969 F.2d 142 (5th Cir. 1992), 92-4154, Hogan v. Kraft Foods

Docket Nº:92-4154
Citation:969 F.2d 142
Party Name:Jasper HOGAN, Plaintiff-Appellant, v. KRAFT FOODS, et al., Defendants, Southwestern Life Insurance Co., Defendants-Appellees.
Case Date:August 21, 1992
Court:United States Courts of Appeals, Court of Appeals for the Fifth Circuit
 
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Page 142

969 F.2d 142 (5th Cir. 1992)

Jasper HOGAN, Plaintiff-Appellant,

v.

KRAFT FOODS, et al., Defendants,

Southwestern Life Insurance Co., Defendants-Appellees.

No. 92-4154

United States Court of Appeals, Fifth Circuit

August 21, 1992

Page 143

Ronald W. Uselton, Uselton & Fry, Sherman, Tex., for plaintiff-appellant.

Clyde Moody Siebman, Siebman & Reynolds, Plano, Tex., for defendant-appellee.

Appeal from the United States District Court For the Eastern District of Texas.

Before POLITZ, Chief Judge, KING and DEMOSS, Circuit Judges.

POLITZ, Chief Judge:

Jasper and Barbara Hogan appeal an adverse summary judgment rejecting their state law claims as preempted by ERISA and declaring their ERISA claims time-barred. For the following reasons we affirm.

Background

Jasper Hogan was employed at Anderson Clayton Foods, Inc. from March 1948 to January 1984. On November 1, 1983 the trustees of Anderson's Hourly Paid Employee Pension Plan purchased five annuity insurance policies from the appellee, Southwestern Life Insurance Company, to fund Hogan's accrued retirement benefits.

In both February and March of 1985 Hogan requested that Southwestern allow him to cash in or receive a lump sum payment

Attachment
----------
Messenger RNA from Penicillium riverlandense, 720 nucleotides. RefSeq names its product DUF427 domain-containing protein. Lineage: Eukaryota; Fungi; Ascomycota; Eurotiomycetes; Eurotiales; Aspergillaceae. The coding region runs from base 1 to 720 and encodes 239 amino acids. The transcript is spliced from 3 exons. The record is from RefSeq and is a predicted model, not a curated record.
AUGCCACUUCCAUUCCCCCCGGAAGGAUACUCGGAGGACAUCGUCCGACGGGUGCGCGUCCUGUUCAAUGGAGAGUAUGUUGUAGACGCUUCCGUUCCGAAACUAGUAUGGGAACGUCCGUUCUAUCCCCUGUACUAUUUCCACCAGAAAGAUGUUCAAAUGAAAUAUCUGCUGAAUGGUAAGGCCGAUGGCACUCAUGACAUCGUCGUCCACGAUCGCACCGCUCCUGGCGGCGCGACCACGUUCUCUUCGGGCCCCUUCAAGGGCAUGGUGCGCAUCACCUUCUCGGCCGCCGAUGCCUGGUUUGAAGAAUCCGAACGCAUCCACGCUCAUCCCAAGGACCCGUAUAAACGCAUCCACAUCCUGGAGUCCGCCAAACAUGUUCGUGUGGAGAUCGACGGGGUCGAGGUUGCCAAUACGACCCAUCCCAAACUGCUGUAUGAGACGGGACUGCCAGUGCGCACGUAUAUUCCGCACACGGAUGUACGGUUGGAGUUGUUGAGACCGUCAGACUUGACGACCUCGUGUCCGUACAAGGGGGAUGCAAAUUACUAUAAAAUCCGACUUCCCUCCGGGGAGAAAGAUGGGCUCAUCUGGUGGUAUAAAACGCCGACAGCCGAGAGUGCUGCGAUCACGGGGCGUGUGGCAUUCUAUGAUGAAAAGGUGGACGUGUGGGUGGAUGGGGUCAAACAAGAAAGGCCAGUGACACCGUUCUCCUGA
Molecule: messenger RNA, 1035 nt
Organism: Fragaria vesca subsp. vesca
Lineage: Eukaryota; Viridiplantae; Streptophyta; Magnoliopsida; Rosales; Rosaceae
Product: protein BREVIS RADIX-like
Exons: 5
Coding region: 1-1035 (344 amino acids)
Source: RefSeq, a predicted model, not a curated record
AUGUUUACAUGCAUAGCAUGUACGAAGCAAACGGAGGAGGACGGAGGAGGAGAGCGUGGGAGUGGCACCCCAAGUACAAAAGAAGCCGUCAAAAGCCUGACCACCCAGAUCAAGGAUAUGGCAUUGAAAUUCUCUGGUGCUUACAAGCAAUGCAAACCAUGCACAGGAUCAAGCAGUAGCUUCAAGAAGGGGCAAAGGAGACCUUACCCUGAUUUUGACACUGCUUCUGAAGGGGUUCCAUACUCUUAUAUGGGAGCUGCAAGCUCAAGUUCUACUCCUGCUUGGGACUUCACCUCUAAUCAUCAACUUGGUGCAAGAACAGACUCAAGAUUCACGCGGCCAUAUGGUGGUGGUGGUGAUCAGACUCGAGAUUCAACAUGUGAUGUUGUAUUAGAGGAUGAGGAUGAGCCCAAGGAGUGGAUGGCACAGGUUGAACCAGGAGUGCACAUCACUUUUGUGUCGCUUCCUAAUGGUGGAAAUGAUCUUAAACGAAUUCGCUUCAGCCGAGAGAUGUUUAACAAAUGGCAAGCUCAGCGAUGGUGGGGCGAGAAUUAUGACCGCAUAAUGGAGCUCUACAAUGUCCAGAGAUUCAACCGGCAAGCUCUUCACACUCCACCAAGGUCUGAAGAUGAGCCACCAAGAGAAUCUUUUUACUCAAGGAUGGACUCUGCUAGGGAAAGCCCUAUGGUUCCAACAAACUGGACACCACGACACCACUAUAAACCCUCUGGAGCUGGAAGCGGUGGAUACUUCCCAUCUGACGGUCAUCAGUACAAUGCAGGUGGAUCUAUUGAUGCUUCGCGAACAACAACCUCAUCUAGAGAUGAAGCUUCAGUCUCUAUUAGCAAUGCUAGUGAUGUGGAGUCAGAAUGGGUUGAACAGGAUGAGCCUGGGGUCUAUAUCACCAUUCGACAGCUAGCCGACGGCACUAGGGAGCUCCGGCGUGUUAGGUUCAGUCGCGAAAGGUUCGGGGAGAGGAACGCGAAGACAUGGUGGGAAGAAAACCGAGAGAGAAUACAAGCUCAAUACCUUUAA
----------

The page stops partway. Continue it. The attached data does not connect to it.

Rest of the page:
Page 144

on the five annuity insurance policies. In March of 1985 Southwestern denied those requests. Hogan then wrote letters to the State Board of Insurance and the Plan Administrator complaining of Southwestern's denial and of the fact that several co-employees had been allowed to cash in or receive a lump sum payment on their annuity policies.

Hogan and his wife sued Southwestern claiming that Hogan was entitled to cash in or receive a lump sum payment on the policies. Specifically, they alleged violations of 29 U.S.C. § 1001-1461 (ERISA), contending that Southwestern had denied their rights under the terms of the plan and had breached its fiduciary duties. In addition, they asserted various pendent state claims including breach of contract, violation of Tex.Ins.Code art. 21.21, violations of Tex.Bus. & Com.Code ann. § 17.50 ("DTPA"), breach of duty of good faith and fair dealing, negligence, and intentional infliction of emotional distress.

Southwestern moved for summary judgment. The district court granted the motion and dismissed the entire cause with prejudice, holding that the ERISA claims were barred by the applicable statute of limitations and that the state law claims were preempted by ERISA. The Hogans timely appealed.

Analysis

We review a summary judgment under the same rules that prevail in the district court, that is, "whether the pleadings, discovery, and affidavits, if any, show that there is no genuine issue as to any material fact, such that a moving party is entitled to judgment as a matter of law." 1 In making this assessment we examine the evidence in the light most favorable to the party opposing summary judgment. 2

The Hogans insist that their state law claims affect the Pension Plan in only a tenuous or remote manner and are not preempted by ERISA. Further, they claim that the district court erred in determining that their ERISA claims were barred by limitations.

"ERISA applies to any 'employee benefit plan' if that plan is established or maintained by any employer or employee organization engaged in interstate commerce." 3 According to section 514(a), the rights, regulations and remedies created by ERISA "supersede any and all state laws insofar as they may now or hereafter relate to any employee benefit plan." 4 The Supreme Court has adopted a broad construction of section 514(a), holding that "ERISA's civil enforcement remedies were intended to be exclusive" in order to prevent the remedies available to ERISA beneficiaries from being "supplemented or supplanted by varying state laws." 5

Accordingly, "a state law 'relates to' a benefit plan, 'in the normal sense of the phrase, if it has a connection with or reference to such a plan.' " 6 The Hogans' state law claims for breach of contract, violations of Tex.Ins.Code art. 21.21...

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